Inside a crowded office suite in Woodbury, campaign volunteers for Michele Bachmann spent a recent Saturday working the phones and stuffing envelopes.
Similar efforts are underway at three other offices in the 6th Congressional District, which snakes around the Twin Cities from Afton in the southeast, across the northern suburbs, ending west of St. Cloud. Bachmann said she's been working too, talking to constituents and making the case for re-election.
"And I don't take this race lightly," she said. "I never have. I think that this will be a very tough election. And I take nothing for granted until the last vote is counted on Nov. 4."
Bachmann said she's earned a second term by standing up against tax increases and trying to reign in federal spending. She said getting three bills passed as a first-term member of the minority party was her biggest accomplishment.
And her biggest mistake? Bachmann points to that well-documented embrace of President Bush after his 2007 State of the Union Address.
Bachmann recently distanced herself from the president, and increased her national profile, by voting twice against the bailout for the financial industry. She said her constituents overwhelmingly opposed the bailout.
"This is not free money," she said. "There isn't a hidden vault somewhere that Congress goes to to get this money. And at the end of the day, someone has to pay for all of this extraordinary out of control spending. Right now, we're up to about $2 trillion in extra spending above and beyond the level of the federal government. Somebody has to pay that bill."
Bachmann defeated Democrat Patty Wetterling two years ago by 24,000 votes. That was also about the number of votes Independence Party candidate John Binkowski received in 2006.
This year, Democrat Elwyn Tinklenberg won the DFL and IP party endorsements, which he hopes will give him the combined numbers needed to beat Bachmann.
Tinklenberg served as state transportation commissioner under Gov. Jesse Ventura. He's also a former mayor of Blaine and a former Methodist minister.
Tinklenberg said he wants to end what he sees as Bachmann's politics of polarization and divisiveness.
"She's not looking for compromise," he said. "She's not looking for bipartisan work. She is first and foremost committed to a partisan and ideological approach to government."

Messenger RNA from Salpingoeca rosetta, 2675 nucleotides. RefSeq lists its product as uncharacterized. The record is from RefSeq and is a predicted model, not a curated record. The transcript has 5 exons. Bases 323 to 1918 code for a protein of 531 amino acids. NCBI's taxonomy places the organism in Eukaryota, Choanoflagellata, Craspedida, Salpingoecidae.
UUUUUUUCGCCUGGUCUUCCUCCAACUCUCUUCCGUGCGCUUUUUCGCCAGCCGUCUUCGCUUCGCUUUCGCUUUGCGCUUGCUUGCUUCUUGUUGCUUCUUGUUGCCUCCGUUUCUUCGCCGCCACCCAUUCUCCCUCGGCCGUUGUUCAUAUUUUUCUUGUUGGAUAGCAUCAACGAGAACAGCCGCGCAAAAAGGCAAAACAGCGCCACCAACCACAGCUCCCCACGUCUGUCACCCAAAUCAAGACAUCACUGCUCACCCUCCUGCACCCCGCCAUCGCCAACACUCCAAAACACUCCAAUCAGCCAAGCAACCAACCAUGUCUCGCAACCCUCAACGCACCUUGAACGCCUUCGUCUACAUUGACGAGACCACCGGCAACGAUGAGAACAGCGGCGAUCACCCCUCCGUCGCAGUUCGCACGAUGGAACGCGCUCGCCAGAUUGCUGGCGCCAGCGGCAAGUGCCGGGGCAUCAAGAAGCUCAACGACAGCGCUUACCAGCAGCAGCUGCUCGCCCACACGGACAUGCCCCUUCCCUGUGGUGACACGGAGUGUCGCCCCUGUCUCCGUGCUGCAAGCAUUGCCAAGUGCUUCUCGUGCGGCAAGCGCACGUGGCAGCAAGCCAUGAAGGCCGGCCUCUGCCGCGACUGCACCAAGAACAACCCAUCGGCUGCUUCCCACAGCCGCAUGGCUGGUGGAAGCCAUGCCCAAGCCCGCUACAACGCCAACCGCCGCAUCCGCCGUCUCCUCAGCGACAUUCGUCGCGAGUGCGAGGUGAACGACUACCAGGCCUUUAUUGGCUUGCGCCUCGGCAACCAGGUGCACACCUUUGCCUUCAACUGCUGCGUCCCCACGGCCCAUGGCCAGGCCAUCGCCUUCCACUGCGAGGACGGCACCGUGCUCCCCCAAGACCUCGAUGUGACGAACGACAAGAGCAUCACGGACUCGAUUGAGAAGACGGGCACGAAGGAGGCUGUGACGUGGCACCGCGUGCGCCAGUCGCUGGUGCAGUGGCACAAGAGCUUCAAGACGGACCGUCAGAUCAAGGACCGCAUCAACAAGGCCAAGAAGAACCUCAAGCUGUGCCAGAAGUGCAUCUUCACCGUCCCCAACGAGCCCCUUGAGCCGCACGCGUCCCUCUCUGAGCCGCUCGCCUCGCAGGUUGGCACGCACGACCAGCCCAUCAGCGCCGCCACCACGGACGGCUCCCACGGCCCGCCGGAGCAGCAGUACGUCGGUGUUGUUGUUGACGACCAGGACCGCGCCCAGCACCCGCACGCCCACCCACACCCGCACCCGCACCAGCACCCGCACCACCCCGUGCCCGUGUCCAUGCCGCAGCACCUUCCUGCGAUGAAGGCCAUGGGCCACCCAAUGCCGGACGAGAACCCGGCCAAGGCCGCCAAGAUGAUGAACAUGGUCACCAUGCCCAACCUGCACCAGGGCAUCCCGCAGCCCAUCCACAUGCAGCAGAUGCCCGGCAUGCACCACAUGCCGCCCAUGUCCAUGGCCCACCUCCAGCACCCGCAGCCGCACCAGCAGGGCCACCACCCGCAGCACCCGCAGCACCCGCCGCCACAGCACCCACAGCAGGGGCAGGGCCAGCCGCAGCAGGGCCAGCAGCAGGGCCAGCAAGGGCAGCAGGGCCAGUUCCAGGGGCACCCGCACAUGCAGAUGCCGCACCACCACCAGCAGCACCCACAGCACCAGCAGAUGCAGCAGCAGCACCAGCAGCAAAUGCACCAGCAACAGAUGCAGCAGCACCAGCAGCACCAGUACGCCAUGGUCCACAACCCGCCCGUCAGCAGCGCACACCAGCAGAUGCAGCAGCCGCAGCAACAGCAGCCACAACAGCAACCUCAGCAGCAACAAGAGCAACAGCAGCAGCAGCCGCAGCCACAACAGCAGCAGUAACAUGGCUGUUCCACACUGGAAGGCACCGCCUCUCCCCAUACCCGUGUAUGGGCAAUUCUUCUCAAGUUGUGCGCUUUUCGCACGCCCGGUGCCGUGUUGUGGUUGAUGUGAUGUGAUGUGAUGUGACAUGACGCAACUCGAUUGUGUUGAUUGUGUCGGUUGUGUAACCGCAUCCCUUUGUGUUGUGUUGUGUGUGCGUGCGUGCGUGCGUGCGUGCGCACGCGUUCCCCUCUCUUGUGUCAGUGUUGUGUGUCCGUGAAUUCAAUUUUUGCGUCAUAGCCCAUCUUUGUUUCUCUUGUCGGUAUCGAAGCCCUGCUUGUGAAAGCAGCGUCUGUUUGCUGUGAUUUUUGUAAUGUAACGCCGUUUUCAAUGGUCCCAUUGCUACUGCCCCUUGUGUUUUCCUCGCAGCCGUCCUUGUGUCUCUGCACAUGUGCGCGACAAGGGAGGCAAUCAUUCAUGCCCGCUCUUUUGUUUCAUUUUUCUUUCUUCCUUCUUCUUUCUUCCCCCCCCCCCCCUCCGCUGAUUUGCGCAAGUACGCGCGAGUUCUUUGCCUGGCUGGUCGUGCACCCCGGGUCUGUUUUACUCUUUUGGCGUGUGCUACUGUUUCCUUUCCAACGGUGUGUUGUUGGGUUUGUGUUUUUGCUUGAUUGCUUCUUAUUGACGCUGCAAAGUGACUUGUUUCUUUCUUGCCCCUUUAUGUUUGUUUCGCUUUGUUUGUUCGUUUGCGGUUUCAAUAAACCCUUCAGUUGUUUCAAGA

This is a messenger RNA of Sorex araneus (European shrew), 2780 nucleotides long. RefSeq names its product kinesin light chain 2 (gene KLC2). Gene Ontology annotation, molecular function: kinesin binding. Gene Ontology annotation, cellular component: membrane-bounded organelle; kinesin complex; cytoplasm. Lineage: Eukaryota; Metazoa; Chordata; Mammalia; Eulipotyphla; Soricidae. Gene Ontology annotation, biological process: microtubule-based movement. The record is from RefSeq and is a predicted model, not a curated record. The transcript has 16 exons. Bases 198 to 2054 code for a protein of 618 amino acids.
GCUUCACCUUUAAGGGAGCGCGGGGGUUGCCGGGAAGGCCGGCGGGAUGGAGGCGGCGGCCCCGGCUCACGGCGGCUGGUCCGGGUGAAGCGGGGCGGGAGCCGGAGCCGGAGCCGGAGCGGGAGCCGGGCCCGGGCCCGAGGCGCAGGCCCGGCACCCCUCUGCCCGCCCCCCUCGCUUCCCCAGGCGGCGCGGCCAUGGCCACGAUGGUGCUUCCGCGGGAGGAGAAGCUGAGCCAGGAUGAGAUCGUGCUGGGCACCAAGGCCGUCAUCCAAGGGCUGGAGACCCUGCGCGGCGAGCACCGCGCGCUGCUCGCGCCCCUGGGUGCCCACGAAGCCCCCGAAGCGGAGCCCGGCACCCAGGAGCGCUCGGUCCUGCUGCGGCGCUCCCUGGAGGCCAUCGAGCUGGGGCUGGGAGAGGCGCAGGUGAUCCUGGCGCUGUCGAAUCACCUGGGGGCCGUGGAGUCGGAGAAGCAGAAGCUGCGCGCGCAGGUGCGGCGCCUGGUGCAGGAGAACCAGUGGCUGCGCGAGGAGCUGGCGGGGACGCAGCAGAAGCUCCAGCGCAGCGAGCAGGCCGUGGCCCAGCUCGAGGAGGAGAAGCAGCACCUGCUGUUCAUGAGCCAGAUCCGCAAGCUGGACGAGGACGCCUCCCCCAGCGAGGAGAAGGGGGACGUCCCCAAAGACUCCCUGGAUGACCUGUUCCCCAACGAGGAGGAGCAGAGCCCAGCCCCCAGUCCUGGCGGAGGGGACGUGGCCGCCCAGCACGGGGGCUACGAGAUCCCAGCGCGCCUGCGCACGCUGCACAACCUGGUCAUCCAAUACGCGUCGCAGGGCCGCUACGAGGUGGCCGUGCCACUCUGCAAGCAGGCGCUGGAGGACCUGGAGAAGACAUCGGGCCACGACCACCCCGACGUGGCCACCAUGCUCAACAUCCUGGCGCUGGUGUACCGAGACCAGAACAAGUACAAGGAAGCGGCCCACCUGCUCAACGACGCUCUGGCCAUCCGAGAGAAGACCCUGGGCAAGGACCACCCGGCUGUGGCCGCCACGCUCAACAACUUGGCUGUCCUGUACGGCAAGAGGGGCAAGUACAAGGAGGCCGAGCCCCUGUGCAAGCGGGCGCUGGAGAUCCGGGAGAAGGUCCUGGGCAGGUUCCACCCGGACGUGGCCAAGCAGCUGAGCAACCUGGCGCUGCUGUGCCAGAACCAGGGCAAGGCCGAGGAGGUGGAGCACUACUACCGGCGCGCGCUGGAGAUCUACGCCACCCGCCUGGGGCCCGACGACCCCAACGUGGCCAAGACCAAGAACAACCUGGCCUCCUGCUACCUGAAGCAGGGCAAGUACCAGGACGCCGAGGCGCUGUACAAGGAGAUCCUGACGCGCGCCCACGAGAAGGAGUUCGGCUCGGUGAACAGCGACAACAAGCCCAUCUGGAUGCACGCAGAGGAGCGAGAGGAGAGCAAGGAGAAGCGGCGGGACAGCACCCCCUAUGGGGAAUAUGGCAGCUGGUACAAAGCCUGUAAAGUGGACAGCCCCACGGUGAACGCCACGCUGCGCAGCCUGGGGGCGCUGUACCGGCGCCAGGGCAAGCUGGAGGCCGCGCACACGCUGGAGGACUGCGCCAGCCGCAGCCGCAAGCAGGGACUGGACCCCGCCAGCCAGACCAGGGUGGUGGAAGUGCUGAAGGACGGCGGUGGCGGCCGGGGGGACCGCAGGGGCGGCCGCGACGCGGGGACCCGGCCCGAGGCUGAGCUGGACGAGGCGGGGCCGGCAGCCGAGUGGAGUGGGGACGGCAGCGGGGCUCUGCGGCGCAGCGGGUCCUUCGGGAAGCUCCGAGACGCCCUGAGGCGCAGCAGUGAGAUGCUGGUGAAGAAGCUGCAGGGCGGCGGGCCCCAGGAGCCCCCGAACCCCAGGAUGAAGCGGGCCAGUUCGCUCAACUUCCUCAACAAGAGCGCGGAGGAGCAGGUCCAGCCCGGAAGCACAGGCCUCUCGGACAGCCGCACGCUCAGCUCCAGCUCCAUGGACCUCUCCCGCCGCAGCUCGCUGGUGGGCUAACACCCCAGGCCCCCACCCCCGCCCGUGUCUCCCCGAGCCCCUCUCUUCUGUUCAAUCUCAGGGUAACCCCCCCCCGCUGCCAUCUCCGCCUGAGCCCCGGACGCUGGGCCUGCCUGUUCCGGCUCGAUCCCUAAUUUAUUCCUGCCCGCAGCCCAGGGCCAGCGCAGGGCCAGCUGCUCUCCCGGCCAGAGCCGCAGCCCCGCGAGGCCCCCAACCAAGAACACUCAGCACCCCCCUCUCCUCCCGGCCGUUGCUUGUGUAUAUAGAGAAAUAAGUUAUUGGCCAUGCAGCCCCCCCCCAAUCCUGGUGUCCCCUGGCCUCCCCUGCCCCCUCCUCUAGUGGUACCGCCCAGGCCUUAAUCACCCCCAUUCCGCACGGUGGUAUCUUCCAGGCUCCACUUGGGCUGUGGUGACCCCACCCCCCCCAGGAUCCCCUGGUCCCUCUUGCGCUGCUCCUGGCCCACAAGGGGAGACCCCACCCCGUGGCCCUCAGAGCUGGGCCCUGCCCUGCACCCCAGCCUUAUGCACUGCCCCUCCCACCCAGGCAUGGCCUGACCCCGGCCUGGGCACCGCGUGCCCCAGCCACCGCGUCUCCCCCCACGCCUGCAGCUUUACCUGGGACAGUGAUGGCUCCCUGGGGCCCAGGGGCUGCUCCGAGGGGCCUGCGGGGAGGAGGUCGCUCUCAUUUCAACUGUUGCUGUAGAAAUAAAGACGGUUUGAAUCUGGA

Tinklenberg disagrees with Bachmann on nearly every issue, from energy policy to Iraq to budget earmarks. He also said he would have voted for the second version of the bailout bill.
But voters are getting just three chances to compare those differences side-by-side. Tinklenberg said he's disappointed that Bachmann wouldn't agree to more debates.
"This is an important part of the process, for both of us to appear in a number of different places with groups of folks from around the district, where people can come in and hear us respond to questions," he said. "We'll continue to campaign, so it's not such a big deal for us. But I think it shortchanges people of the district in some pretty unfortunate ways."
Tinklenberg said he's convinced he can win in the Republican-favoring 6th district, because Democratic Sen. Amy Klobuchar won there in 2006. The Democratic Congressional Campaign Committee announced this week that it will provide some financial support. Tinklenberg trails Bachmann in the money race and has not yet run any TV ads.
Kathryn Pearson, a political science professor at the University of Minnesota, said the cash difference might hurt Tinklenberg in the final weeks of the campaign. Still, Pearson said outside forces should make it a close contest.
"Because of a strong national tide that is helping Democrats in House races across the country, and because of the extreme anxiety that voters are feeling over the economy, I think this does give Tinklenberg an opening," she said. "He is a candidate with experience that he can campaign on. The question is, can he reach enough voters in the next three weeks? I think it's Bachmann's to lose, but Tinklenberg has a shot."
The Independence Party's cross-endorsement of Tinklenberg wasn't enough to keep another independent off the ballot.
Bob Anderson, a dental technician from Woodbury, is the unendorsed IP candidate running this year in the 6th district. Anderson is running a bare-bones, self-financed campaign. During a recent candidate forum in Stillwater, Anderson said he thinks there's already too much money in politics.
"Everybody talks about change, but what is change? If you want to try something different, put somebody in there that's not tied to all this money and special interests, so they can go in there and represent their constituents free from any financial influence," he said. "That's how you represent."
Anderson shared the stage with Bachmann and Tinklenberg in Stillwater, but it appears he won't get that opportunity again. The St. Cloud Chamber of Commerce did not include Anderson in its event. He was also excluded from a Minnesota Public Radio Midday broadcast scheduled for Oct. 30.